Expo promotes eco-friendly lifestyle
March 16, 2006
With gasoline and home heating prices continuing to rise with no end in sight, energy efficiency has taken on a new sense of urgency.
Things like solar heating or hybrid cars, once considered on the fringes among the elite, are not only more affordable but are inching toward mainstream acceptance.
So it is only logical that arguably the most environmentally conscious region of California and Nevada will host an entire trade and exposition show devoted to new technologies in the alternative energy revolution.
“When an idea like this becomes mainstream, the power of the market is enormous,” said Cheryl Murakami of ReMax Tahoe Realty Today, and co-organizer of the Thursday’s second annual Tahoe Green Building Expo. “It’s not there yet but it is getting closer. We’ll know we’ve reached a turning point when we hear more discussion of the financial benefits and less discussion of the philosophical or political aspects.”
The green building construction market has grown from zero in 2000 to $33 billion at the end of 2004, according to Rick Fedrizzi, president and chief executive officer of the U.S. Green Building Council.
The council, which promotes renewable energy and environmentally sound construction, reported that U.S. spending on green goods and services reached $7 billion in 2004, up 37 percent over 2003, according to a story in the Boston Globe.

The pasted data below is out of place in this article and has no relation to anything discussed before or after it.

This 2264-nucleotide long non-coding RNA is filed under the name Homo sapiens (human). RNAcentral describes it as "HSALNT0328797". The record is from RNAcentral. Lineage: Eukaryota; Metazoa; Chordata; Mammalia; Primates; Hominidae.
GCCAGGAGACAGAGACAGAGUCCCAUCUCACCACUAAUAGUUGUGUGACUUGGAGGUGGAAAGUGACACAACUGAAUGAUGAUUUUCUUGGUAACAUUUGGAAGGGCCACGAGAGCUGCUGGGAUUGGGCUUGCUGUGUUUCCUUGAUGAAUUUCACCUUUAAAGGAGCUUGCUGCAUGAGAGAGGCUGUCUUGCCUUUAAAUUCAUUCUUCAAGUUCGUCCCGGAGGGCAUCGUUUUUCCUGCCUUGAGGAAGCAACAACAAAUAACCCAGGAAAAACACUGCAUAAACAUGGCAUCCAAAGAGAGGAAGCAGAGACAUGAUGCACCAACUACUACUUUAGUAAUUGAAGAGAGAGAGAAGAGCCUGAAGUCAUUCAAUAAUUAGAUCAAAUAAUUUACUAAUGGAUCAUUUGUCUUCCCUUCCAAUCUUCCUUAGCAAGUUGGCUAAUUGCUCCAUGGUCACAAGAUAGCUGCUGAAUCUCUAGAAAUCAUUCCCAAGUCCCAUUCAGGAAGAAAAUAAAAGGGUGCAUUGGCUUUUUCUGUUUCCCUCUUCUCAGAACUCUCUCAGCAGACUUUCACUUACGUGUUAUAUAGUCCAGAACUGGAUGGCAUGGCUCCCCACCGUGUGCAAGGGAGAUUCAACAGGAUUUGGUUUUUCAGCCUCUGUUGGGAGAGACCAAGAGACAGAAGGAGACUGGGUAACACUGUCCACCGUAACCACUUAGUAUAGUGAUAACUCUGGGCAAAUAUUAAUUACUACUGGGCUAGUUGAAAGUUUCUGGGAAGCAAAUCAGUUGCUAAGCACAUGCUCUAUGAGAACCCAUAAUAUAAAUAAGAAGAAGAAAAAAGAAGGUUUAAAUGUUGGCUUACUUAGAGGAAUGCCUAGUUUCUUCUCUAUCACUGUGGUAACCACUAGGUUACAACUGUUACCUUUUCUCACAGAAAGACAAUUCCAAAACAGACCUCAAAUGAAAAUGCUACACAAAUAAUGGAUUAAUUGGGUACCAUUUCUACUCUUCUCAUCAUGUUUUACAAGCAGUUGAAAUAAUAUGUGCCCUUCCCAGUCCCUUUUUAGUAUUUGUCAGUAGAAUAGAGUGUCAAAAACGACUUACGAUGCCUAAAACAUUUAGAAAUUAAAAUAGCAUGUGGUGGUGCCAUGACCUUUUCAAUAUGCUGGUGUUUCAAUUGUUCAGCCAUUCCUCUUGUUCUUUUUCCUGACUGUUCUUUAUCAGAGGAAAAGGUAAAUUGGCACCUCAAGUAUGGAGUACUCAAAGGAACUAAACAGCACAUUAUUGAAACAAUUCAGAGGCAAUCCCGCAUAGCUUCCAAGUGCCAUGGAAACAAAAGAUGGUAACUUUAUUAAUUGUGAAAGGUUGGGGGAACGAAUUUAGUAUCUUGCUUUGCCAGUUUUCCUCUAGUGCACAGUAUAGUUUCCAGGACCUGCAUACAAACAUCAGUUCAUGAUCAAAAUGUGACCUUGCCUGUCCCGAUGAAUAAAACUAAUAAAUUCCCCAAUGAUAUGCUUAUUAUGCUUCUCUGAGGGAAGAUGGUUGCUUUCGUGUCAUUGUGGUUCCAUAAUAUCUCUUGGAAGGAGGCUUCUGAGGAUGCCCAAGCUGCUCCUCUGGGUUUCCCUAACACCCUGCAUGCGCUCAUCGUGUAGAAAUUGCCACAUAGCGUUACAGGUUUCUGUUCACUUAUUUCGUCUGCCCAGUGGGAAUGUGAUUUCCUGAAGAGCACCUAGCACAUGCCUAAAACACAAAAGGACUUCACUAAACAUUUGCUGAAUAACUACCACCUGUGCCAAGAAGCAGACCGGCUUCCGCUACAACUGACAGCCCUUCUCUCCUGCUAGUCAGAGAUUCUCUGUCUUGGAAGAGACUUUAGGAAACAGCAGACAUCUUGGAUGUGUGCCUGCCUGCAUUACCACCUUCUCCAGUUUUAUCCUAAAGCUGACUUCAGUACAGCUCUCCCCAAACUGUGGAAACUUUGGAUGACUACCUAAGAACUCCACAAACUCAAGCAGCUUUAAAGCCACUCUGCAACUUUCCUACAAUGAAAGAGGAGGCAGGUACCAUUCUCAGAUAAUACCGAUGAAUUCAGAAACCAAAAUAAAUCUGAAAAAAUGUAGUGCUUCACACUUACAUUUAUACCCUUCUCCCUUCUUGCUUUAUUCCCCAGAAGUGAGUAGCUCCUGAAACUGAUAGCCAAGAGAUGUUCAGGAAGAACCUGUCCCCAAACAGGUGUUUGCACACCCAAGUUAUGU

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“If you start the process early, with an educated team, you can do it for not a penny more than conventional construction,” Fedrizzi told the paper.
Reducing the average house’s energy use by 30 percent will reduce carbon dioxide emissions by about 34,000 pounds over its 30-year lifetime, according to the Environmental Protection Agency.
“With numbers like these, we can’t ignore the importance of green buildings,” Murakami said.
The Tahoe Green Building Expo is a combination Trade Show and Conference sponsored by Tahoe Regional Environmental Education, a non-profit organization dedicated to environmental education, community outreach and green business promotion in the Lake Tahoe region.
The Tahoe Green Building Expo will be held Thursday at Lake Tahoe Community College. Trade Show hours are 3 p.m. to 7:30 p.m., with a conference and guests speakers from 5:15 p.m. to 9 p.m.
It is the goal of the Tahoe Green Building Expo to encourage the preservation of this natural environment which is our area’s most valuable asset, Murakami said.
“The Green Building Expo was created to advocate, cultivate and support sustainable building by encouraging … the development and redevelopment of residential and commercial properties that are environmentally responsible, energy efficient and cost-effective,” she said. “By making sound economic and environmentally friendly choices in the products and materials we use, we can save on energy costs, create more profitable businesses, enjoy healthier working environments and increase personal comfort.”
TREE is the brainchild of Nicoletta Florio, a 16-year resident of South Lake Tahoe. Florio attended Lake Tahoe Community College and graduated from the teaching program at Sierra Nevada College in Incline Village. TREE’s mission is to promote environmental and social responsibility through conscious consumerism.